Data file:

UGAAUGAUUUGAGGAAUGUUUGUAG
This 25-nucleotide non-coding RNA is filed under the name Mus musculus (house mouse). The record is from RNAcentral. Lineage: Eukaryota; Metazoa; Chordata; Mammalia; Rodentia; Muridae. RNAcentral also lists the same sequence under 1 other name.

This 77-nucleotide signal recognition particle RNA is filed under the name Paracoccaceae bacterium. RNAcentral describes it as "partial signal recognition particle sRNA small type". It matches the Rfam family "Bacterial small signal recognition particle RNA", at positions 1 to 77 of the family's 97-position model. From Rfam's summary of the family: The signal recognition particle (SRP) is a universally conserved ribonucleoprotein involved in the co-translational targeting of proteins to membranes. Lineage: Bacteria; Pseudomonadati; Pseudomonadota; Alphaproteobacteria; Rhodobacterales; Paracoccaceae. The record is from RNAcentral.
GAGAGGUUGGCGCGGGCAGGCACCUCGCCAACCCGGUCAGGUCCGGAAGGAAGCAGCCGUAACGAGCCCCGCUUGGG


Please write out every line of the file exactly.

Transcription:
UGAAUGAUUUGAGGAAUGUUUGUAG
This 25-nucleotide non-coding RNA is filed under the name Mus musculus (house mouse). The record is from RNAcentral. Lineage: Eukaryota; Metazoa; Chordata; Mammalia; Rodentia; Muridae. RNAcentral also lists the same sequence under 1 other name.

This 77-nucleotide signal recognition particle RNA is filed under the name Paracoccaceae bacterium. RNAcentral describes it as "partial signal recognition particle sRNA small type". It matches the Rfam family "Bacterial small signal recognition particle RNA", at positions 1 to 77 of the family's 97-position model. From Rfam's summary of the family: The signal recognition particle (SRP) is a universally conserved ribonucleoprotein involved in the co-translational targeting of proteins to membranes. Lineage: Bacteria; Pseudomonadati; Pseudomonadota; Alphaproteobacteria; Rhodobacterales; Paracoccaceae. The record is from RNAcentral.
GAGAGGUUGGCGCGGGCAGGCACCUCGCCAACCCGGUCAGGUCCGGAAGGAAGCAGCCGUAACGAGCCCCGCUUGGG